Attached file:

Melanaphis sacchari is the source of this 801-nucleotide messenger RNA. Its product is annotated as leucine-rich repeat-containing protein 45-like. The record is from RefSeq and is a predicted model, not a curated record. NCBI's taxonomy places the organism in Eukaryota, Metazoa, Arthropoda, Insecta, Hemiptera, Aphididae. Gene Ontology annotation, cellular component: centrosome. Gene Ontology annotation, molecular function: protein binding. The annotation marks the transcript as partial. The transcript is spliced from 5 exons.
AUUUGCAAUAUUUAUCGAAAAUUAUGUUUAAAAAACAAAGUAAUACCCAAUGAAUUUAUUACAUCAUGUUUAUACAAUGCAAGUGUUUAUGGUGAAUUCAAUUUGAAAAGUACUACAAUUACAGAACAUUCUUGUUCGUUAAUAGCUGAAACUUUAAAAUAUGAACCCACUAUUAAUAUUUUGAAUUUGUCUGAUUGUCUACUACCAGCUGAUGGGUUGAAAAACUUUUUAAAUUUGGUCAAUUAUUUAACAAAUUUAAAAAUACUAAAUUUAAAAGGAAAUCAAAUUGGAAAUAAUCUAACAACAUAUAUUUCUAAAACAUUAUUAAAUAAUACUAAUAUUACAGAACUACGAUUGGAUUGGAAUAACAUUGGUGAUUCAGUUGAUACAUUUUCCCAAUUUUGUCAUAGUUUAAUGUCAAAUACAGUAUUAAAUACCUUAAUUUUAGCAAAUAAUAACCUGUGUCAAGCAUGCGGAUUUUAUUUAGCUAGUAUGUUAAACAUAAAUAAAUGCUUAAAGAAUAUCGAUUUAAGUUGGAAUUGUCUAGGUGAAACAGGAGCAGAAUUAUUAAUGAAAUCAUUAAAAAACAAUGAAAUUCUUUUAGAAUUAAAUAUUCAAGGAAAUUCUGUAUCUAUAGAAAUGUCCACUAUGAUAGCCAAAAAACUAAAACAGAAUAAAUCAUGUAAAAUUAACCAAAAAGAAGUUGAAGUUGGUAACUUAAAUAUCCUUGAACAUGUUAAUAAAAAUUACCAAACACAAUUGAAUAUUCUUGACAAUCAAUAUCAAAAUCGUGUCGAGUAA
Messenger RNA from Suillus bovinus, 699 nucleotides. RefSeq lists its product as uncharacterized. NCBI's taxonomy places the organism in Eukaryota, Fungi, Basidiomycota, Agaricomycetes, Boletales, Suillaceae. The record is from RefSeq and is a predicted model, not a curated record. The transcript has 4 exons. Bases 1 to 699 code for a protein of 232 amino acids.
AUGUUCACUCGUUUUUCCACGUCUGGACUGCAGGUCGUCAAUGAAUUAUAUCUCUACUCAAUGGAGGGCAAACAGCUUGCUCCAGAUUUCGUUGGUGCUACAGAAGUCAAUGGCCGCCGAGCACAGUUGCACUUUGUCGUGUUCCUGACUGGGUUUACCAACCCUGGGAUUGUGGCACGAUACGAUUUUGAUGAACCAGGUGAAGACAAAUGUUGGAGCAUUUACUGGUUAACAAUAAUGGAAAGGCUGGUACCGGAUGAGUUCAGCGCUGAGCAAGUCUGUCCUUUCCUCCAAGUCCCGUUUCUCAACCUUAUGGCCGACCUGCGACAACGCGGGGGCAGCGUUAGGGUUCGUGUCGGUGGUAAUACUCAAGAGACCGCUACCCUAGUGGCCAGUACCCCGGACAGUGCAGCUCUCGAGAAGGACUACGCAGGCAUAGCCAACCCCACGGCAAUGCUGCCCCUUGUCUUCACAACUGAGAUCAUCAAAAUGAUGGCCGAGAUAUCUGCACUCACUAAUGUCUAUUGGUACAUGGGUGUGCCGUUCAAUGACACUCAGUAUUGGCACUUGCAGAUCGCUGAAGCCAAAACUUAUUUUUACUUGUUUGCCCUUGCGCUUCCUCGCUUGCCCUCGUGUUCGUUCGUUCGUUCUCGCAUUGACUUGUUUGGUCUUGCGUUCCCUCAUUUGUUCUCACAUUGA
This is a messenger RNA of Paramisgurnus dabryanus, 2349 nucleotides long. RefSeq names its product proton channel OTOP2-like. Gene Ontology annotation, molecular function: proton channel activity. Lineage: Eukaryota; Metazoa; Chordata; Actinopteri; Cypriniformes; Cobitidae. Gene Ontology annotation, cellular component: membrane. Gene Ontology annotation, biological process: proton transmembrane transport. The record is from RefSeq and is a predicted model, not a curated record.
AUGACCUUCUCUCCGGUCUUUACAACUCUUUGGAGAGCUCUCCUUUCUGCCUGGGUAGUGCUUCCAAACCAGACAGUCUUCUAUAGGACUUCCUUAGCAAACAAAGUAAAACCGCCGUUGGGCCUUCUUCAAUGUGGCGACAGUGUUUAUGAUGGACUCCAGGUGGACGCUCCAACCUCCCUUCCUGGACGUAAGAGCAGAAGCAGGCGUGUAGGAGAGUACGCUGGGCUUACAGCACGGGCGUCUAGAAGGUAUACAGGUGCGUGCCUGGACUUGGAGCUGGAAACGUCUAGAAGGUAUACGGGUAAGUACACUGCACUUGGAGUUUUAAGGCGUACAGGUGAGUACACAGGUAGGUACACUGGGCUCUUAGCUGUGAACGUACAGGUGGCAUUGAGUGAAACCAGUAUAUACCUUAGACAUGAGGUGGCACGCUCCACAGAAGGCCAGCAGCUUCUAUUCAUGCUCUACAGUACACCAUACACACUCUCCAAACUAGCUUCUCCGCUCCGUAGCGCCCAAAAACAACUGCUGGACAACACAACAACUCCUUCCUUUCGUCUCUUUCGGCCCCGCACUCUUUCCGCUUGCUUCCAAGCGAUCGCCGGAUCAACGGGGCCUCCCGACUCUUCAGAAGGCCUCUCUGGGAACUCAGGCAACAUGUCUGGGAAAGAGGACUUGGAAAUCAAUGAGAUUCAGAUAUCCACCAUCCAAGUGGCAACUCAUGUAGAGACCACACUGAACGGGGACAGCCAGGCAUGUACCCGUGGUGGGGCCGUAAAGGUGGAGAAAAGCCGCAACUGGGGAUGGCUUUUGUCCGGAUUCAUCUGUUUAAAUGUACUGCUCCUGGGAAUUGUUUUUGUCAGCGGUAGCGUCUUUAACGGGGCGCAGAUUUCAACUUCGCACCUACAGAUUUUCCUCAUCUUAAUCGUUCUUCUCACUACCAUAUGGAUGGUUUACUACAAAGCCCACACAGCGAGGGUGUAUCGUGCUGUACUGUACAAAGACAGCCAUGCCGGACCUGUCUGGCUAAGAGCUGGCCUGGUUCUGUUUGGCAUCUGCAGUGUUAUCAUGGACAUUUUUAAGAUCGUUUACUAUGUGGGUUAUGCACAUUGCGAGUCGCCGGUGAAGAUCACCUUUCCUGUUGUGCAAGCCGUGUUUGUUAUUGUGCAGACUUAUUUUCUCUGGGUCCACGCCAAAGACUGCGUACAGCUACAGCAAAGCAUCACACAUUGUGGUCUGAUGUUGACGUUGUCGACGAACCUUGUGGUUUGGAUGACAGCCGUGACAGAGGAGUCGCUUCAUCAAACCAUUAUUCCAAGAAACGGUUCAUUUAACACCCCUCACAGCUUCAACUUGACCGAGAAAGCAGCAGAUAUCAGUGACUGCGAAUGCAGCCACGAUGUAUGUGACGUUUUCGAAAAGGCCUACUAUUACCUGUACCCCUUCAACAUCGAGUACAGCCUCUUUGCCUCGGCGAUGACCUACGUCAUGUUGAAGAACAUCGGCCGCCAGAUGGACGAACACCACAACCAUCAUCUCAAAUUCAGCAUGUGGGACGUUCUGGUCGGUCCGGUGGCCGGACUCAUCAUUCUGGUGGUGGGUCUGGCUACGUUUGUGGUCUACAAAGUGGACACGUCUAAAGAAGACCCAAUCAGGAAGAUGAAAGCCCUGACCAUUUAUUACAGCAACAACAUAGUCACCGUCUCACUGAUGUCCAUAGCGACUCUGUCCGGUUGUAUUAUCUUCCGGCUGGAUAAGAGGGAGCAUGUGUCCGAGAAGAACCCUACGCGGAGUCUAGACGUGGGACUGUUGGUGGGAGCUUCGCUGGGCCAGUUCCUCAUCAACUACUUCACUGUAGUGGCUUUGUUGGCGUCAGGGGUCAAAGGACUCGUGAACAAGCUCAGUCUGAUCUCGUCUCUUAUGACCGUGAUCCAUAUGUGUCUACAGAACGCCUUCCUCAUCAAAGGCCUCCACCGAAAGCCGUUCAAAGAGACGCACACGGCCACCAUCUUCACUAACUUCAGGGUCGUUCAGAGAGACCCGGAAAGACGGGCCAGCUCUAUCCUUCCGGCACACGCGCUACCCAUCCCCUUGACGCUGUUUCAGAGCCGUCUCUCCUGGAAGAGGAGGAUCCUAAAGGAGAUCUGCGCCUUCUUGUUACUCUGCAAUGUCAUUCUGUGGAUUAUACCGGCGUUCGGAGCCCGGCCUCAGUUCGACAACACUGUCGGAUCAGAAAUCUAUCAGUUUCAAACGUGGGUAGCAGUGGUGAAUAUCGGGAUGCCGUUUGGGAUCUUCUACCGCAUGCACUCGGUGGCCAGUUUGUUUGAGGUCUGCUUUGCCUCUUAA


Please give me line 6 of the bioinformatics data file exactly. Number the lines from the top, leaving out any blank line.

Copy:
AUGACCUUCUCUCCGGUCUUUACAACUCUUUGGAGAGCUCUCCUUUCUGCCUGGGUAGUGCUUCCAAACCAGACAGUCUUCUAUAGGACUUCCUUAGCAAACAAAGUAAAACCGCCGUUGGGCCUUCUUCAAUGUGGCGACAGUGUUUAUGAUGGACUCCAGGUGGACGCUCCAACCUCCCUUCCUGGACGUAAGAGCAGAAGCAGGCGUGUAGGAGAGUACGCUGGGCUUACAGCACGGGCGUCUAGAAGGUAUACAGGUGCGUGCCUGGACUUGGAGCUGGAAACGUCUAGAAGGUAUACGGGUAAGUACACUGCACUUGGAGUUUUAAGGCGUACAGGUGAGUACACAGGUAGGUACACUGGGCUCUUAGCUGUGAACGUACAGGUGGCAUUGAGUGAAACCAGUAUAUACCUUAGACAUGAGGUGGCACGCUCCACAGAAGGCCAGCAGCUUCUAUUCAUGCUCUACAGUACACCAUACACACUCUCCAAACUAGCUUCUCCGCUCCGUAGCGCCCAAAAACAACUGCUGGACAACACAACAACUCCUUCCUUUCGUCUCUUUCGGCCCCGCACUCUUUCCGCUUGCUUCCAAGCGAUCGCCGGAUCAACGGGGCCUCCCGACUCUUCAGAAGGCCUCUCUGGGAACUCAGGCAACAUGUCUGGGAAAGAGGACUUGGAAAUCAAUGAGAUUCAGAUAUCCACCAUCCAAGUGGCAACUCAUGUAGAGACCACACUGAACGGGGACAGCCAGGCAUGUACCCGUGGUGGGGCCGUAAAGGUGGAGAAAAGCCGCAACUGGGGAUGGCUUUUGUCCGGAUUCAUCUGUUUAAAUGUACUGCUCCUGGGAAUUGUUUUUGUCAGCGGUAGCGUCUUUAACGGGGCGCAGAUUUCAACUUCGCACCUACAGAUUUUCCUCAUCUUAAUCGUUCUUCUCACUACCAUAUGGAUGGUUUACUACAAAGCCCACACAGCGAGGGUGUAUCGUGCUGUACUGUACAAAGACAGCCAUGCCGGACCUGUCUGGCUAAGAGCUGGCCUGGUUCUGUUUGGCAUCUGCAGUGUUAUCAUGGACAUUUUUAAGAUCGUUUACUAUGUGGGUUAUGCACAUUGCGAGUCGCCGGUGAAGAUCACCUUUCCUGUUGUGCAAGCCGUGUUUGUUAUUGUGCAGACUUAUUUUCUCUGGGUCCACGCCAAAGACUGCGUACAGCUACAGCAAAGCAUCACACAUUGUGGUCUGAUGUUGACGUUGUCGACGAACCUUGUGGUUUGGAUGACAGCCGUGACAGAGGAGUCGCUUCAUCAAACCAUUAUUCCAAGAAACGGUUCAUUUAACACCCCUCACAGCUUCAACUUGACCGAGAAAGCAGCAGAUAUCAGUGACUGCGAAUGCAGCCACGAUGUAUGUGACGUUUUCGAAAAGGCCUACUAUUACCUGUACCCCUUCAACAUCGAGUACAGCCUCUUUGCCUCGGCGAUGACCUACGUCAUGUUGAAGAACAUCGGCCGCCAGAUGGACGAACACCACAACCAUCAUCUCAAAUUCAGCAUGUGGGACGUUCUGGUCGGUCCGGUGGCCGGACUCAUCAUUCUGGUGGUGGGUCUGGCUACGUUUGUGGUCUACAAAGUGGACACGUCUAAAGAAGACCCAAUCAGGAAGAUGAAAGCCCUGACCAUUUAUUACAGCAACAACAUAGUCACCGUCUCACUGAUGUCCAUAGCGACUCUGUCCGGUUGUAUUAUCUUCCGGCUGGAUAAGAGGGAGCAUGUGUCCGAGAAGAACCCUACGCGGAGUCUAGACGUGGGACUGUUGGUGGGAGCUUCGCUGGGCCAGUUCCUCAUCAACUACUUCACUGUAGUGGCUUUGUUGGCGUCAGGGGUCAAAGGACUCGUGAACAAGCUCAGUCUGAUCUCGUCUCUUAUGACCGUGAUCCAUAUGUGUCUACAGAACGCCUUCCUCAUCAAAGGCCUCCACCGAAAGCCGUUCAAAGAGACGCACACGGCCACCAUCUUCACUAACUUCAGGGUCGUUCAGAGAGACCCGGAAAGACGGGCCAGCUCUAUCCUUCCGGCACACGCGCUACCCAUCCCCUUGACGCUGUUUCAGAGCCGUCUCUCCUGGAAGAGGAGGAUCCUAAAGGAGAUCUGCGCCUUCUUGUUACUCUGCAAUGUCAUUCUGUGGAUUAUACCGGCGUUCGGAGCCCGGCCUCAGUUCGACAACACUGUCGGAUCAGAAAUCUAUCAGUUUCAAACGUGGGUAGCAGUGGUGAAUAUCGGGAUGCCGUUUGGGAUCUUCUACCGCAUGCACUCGGUGGCCAGUUUGUUUGAGGUCUGCUUUGCCUCUUAA